Shunt resistor not found on KICAD Editor


I am newbie to KICAD, while trying to use a shunt resistor, I found that there’s no shunt resistor available that has 4 pins, I only a resistor with 2 pins is available, so there’s no way to connect 4 pins on it. When trying to connect 4 wires to that resistor on the PCB and choosing the right footpring in the assign footprint section, I finish with having only two wires connected to the shunt! while the measuring wires are not connected, which is normal since I have only 2 pins! Please, see the images below to understand the problem:

Anyone knows how to solve this issue ?

You might be able to do it with Net Ties, not sure if anything better has happened since this post:

Since that post, KiCad has made footprints with built in net-ties work. Now you just have to list pads that can short.

The image you’ve published wan’t displayed!


Now, it’s clear ! but how to do that !

I am having connection trouble to the forum today

But I think I need to correct that in the editor first!

My symbol is the same as R_Shunt above.
Listed in the Clearance Overrides and Settings tab
I have two net-ties:
1,2 - pins 1 and 2 may short
3,4 - pins 3 and 4 may short

but where did you find it in the editor ?

Footprint properties icon

I mean in the editor, you’ve found shunt resistor in the editor library! but in in my case, I did not:

Device library - R_Shunt

I am guessing that these 4- wire SMT shunts are going to be deprecated over time.

I guess that using a two wire resistor, combined with net ties tied the right part of the resistors are a better option. I have even seen teardowns of Keithley measurement equipment, in which 4 wire shunt resistors are used, but the sense pads are shorted to the power pads by the pads on the PCB. The blob of solder on the pad is a very good conductor, and it may be more stable then the connection on the SMT resistor itself.

But it’s a guess. I am curious about some real life measurement data for this.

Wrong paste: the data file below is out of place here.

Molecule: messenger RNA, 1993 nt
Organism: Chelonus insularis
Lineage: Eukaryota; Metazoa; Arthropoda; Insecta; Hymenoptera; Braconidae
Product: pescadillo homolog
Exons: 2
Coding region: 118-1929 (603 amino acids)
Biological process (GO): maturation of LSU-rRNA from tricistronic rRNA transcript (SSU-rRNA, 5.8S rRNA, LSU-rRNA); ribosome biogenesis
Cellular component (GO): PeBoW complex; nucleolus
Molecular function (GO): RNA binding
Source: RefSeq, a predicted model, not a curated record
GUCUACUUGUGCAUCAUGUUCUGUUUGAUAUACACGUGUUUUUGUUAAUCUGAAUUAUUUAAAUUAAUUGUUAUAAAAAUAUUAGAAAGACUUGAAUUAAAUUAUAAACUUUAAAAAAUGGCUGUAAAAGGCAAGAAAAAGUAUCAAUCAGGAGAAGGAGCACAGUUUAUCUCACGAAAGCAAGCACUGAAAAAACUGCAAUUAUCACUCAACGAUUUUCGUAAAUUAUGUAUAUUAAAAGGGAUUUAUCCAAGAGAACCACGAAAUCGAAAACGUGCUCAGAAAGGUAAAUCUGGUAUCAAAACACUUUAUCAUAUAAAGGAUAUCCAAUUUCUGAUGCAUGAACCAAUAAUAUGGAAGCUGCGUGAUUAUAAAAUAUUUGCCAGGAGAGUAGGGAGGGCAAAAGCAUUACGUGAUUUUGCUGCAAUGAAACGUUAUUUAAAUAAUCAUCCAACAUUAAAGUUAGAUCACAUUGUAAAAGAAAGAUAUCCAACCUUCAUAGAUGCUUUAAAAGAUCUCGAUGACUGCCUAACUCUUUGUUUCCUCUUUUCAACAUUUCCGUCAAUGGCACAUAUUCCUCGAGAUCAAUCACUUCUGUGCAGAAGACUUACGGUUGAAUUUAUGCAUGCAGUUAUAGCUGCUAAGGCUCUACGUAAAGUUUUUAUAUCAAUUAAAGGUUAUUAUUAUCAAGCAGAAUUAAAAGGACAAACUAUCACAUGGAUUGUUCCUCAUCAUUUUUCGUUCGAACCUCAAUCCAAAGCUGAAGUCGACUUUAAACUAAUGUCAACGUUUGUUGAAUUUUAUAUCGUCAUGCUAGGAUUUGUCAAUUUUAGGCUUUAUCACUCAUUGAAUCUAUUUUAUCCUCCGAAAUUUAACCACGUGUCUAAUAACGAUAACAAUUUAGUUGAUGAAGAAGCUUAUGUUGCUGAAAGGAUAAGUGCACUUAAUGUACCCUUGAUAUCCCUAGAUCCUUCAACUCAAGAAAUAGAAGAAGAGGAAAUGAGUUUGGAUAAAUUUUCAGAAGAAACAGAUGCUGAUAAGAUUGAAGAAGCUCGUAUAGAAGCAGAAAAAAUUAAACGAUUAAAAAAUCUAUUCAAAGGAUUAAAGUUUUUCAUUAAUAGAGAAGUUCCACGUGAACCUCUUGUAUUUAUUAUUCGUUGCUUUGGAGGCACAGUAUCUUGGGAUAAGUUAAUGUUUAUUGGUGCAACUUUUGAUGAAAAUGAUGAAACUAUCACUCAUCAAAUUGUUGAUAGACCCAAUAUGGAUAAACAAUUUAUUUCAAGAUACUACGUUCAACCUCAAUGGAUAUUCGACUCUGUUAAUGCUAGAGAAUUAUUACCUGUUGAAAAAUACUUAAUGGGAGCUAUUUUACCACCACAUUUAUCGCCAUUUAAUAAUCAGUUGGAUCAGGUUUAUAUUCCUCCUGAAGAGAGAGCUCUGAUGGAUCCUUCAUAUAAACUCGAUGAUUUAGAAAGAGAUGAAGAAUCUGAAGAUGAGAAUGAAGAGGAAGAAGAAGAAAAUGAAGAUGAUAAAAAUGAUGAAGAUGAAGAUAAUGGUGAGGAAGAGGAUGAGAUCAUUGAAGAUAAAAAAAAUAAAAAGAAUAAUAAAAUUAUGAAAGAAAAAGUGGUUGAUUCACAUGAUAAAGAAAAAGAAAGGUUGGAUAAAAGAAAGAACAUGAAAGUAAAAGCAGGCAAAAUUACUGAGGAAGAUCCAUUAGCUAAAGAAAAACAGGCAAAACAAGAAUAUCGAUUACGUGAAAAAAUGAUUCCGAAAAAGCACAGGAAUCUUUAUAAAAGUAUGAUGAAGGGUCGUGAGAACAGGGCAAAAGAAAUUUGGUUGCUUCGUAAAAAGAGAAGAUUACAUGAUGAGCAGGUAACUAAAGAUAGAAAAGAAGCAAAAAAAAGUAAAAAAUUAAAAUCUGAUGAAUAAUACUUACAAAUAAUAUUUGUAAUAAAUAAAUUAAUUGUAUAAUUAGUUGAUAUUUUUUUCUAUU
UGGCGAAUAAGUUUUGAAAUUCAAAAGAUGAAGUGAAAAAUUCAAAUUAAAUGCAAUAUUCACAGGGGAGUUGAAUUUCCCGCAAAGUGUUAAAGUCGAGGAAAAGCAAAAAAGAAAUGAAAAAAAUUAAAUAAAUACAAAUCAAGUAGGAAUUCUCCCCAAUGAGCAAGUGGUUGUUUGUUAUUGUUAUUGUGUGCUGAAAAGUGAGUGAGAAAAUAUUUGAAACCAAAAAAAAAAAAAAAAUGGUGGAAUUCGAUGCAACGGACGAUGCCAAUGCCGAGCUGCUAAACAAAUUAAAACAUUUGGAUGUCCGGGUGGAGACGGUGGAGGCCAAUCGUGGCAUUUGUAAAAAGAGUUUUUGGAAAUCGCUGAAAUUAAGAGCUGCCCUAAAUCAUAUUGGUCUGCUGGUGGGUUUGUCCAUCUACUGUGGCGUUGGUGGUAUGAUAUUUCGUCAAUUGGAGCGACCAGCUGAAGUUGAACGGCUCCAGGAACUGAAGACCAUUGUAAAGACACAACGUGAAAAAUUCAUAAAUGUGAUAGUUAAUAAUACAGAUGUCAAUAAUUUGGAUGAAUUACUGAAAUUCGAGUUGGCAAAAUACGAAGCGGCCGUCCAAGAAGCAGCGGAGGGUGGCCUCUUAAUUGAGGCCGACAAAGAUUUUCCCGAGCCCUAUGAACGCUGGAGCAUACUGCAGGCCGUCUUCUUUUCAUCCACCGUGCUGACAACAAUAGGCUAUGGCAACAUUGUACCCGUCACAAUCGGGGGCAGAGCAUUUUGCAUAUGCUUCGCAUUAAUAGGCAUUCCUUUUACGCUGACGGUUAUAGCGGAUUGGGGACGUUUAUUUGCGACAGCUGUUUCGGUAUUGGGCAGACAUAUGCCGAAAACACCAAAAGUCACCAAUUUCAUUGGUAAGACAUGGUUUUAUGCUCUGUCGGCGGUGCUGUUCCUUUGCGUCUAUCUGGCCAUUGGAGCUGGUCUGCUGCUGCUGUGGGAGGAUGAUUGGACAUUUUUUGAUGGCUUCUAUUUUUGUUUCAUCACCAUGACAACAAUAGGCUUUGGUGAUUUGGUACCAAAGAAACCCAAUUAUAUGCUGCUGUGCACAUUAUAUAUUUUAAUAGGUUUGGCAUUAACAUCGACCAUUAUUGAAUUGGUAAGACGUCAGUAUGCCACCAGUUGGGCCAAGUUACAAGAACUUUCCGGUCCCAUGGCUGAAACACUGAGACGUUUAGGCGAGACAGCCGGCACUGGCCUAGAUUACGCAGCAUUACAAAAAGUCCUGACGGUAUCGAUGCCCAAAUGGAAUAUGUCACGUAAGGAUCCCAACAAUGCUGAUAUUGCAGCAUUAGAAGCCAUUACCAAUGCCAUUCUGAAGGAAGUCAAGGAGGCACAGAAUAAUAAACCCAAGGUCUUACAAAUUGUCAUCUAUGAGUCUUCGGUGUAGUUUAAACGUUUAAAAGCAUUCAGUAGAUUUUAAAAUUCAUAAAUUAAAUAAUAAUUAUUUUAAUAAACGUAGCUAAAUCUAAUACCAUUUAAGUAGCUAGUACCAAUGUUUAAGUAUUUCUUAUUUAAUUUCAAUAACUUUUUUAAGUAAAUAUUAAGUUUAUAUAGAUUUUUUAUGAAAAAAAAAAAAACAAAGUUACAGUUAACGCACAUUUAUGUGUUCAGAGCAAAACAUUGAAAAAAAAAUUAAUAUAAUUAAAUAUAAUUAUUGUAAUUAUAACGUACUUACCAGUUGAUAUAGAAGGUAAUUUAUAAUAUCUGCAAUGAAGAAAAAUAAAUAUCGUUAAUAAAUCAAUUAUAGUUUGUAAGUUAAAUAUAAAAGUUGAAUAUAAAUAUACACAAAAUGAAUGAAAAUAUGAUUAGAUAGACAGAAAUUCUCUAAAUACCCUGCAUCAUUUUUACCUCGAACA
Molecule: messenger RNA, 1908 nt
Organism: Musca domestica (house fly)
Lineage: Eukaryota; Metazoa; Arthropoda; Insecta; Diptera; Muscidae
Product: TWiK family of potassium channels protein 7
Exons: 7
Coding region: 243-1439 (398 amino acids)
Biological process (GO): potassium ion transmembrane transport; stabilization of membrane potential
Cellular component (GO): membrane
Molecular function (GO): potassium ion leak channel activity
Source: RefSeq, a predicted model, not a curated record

It works thank you so much!!

The parts I use are short and wide two terminal resistors, almost a small metal bar. I have 0.003 Ohms as a sense and it works, I have designed PSUs where the sense pins go to the AD controller IC as a differential pair and the current limit is very close to the designed value. Using these values allows me to get remarkable efficiency in the high 90s%

From your pictures (at your first post) it looks that you have 4 pad footprint for your resistor.
To use this you have to use 4 pin resistor symbol and you need not to even consider using of net-tie.
If there is no 4 pin resistor symbol just made your own (I am using only symbols and footprints from my libraries to be not surprised by any changes in KiCad libraries). Editing symbols and footprints is much, much simpler than designing PCB (you can use KiCad libraries to copy symbol/footprint from there and edit it for you).
Only with making your own libraries for first time you can have some problems, but I believe it is described in FAQs (top of forum window).
Net-tie is helpful if you use standard 2 pad resistor as shunt resistor and you want to separate tracks like it is naturally with 4 pad resistors.

Why do I have to edit the symbol while it’s already available in the library!

Have I said that you have to? :slight_smile:

When you have written your first post you didn’t know that this symbol exists. Instead of searching it you could (not have to, but could) just do it.

To have printed documentation taking as less space at my shelf as possible I prefer to have single page schematics. Since I started to use KiCad in 2017 I had never to use multi-sheet schematic. Partially it is because I use my own symbols that are smaller than KiCad symbols.
So: you don’t have to, but I definitely prefer to.

Sorry but I did not mean to bother you. Me neither, I just realized that there’s another library other than the standard one where we can choose different components type! Thank you anyways!

1 Like